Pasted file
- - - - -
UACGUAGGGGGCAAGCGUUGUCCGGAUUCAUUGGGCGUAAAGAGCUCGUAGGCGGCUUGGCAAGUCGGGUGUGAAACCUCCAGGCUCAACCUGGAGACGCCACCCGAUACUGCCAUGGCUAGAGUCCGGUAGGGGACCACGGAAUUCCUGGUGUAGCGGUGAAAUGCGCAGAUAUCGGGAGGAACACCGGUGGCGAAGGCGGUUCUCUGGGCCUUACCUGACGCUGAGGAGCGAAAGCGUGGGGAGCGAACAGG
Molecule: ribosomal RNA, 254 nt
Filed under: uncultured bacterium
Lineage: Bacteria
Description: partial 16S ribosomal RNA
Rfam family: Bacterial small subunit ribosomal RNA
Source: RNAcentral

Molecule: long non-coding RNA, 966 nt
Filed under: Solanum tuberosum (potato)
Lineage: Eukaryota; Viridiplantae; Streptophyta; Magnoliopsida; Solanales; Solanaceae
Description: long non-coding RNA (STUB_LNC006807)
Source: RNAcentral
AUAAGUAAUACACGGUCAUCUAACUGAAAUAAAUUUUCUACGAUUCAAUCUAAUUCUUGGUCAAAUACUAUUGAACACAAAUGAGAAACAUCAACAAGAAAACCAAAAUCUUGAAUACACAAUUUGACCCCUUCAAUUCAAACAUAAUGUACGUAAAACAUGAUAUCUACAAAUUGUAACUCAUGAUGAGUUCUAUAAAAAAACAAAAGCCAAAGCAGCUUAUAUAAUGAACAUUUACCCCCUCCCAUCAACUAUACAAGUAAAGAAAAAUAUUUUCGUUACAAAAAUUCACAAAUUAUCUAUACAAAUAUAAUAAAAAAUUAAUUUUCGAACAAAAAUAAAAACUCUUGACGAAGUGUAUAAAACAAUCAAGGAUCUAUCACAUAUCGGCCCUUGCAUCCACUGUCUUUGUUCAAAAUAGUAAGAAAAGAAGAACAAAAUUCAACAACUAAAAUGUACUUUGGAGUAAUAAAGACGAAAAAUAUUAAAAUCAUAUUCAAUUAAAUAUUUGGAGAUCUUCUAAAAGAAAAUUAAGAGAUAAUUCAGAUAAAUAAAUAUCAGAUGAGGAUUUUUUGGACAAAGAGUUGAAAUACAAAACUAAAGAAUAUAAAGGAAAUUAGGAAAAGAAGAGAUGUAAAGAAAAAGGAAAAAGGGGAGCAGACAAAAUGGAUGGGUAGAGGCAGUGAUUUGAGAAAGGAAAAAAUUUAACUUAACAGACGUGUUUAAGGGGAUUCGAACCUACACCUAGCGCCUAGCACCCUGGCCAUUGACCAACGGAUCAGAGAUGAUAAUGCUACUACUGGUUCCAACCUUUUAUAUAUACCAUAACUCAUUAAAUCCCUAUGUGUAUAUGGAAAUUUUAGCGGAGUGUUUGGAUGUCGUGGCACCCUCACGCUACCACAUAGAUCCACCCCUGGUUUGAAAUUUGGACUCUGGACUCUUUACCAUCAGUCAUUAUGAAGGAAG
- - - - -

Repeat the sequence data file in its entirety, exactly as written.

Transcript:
UACGUAGGGGGCAAGCGUUGUCCGGAUUCAUUGGGCGUAAAGAGCUCGUAGGCGGCUUGGCAAGUCGGGUGUGAAACCUCCAGGCUCAACCUGGAGACGCCACCCGAUACUGCCAUGGCUAGAGUCCGGUAGGGGACCACGGAAUUCCUGGUGUAGCGGUGAAAUGCGCAGAUAUCGGGAGGAACACCGGUGGCGAAGGCGGUUCUCUGGGCCUUACCUGACGCUGAGGAGCGAAAGCGUGGGGAGCGAACAGG
Molecule: ribosomal RNA, 254 nt
Filed under: uncultured bacterium
Lineage: Bacteria
Description: partial 16S ribosomal RNA
Rfam family: Bacterial small subunit ribosomal RNA
Source: RNAcentral

Molecule: long non-coding RNA, 966 nt
Filed under: Solanum tuberosum (potato)
Lineage: Eukaryota; Viridiplantae; Streptophyta; Magnoliopsida; Solanales; Solanaceae
Description: long non-coding RNA (STUB_LNC006807)
Source: RNAcentral
AUAAGUAAUACACGGUCAUCUAACUGAAAUAAAUUUUCUACGAUUCAAUCUAAUUCUUGGUCAAAUACUAUUGAACACAAAUGAGAAACAUCAACAAGAAAACCAAAAUCUUGAAUACACAAUUUGACCCCUUCAAUUCAAACAUAAUGUACGUAAAACAUGAUAUCUACAAAUUGUAACUCAUGAUGAGUUCUAUAAAAAAACAAAAGCCAAAGCAGCUUAUAUAAUGAACAUUUACCCCCUCCCAUCAACUAUACAAGUAAAGAAAAAUAUUUUCGUUACAAAAAUUCACAAAUUAUCUAUACAAAUAUAAUAAAAAAUUAAUUUUCGAACAAAAAUAAAAACUCUUGACGAAGUGUAUAAAACAAUCAAGGAUCUAUCACAUAUCGGCCCUUGCAUCCACUGUCUUUGUUCAAAAUAGUAAGAAAAGAAGAACAAAAUUCAACAACUAAAAUGUACUUUGGAGUAAUAAAGACGAAAAAUAUUAAAAUCAUAUUCAAUUAAAUAUUUGGAGAUCUUCUAAAAGAAAAUUAAGAGAUAAUUCAGAUAAAUAAAUAUCAGAUGAGGAUUUUUUGGACAAAGAGUUGAAAUACAAAACUAAAGAAUAUAAAGGAAAUUAGGAAAAGAAGAGAUGUAAAGAAAAAGGAAAAAGGGGAGCAGACAAAAUGGAUGGGUAGAGGCAGUGAUUUGAGAAAGGAAAAAAUUUAACUUAACAGACGUGUUUAAGGGGAUUCGAACCUACACCUAGCGCCUAGCACCCUGGCCAUUGACCAACGGAUCAGAGAUGAUAAUGCUACUACUGGUUCCAACCUUUUAUAUAUACCAUAACUCAUUAAAUCCCUAUGUGUAUAUGGAAAUUUUAGCGGAGUGUUUGGAUGUCGUGGCACCCUCACGCUACCACAUAGAUCCACCCCUGGUUUGAAAUUUGGACUCUGGACUCUUUACCAUCAGUCAUUAUGAAGGAAG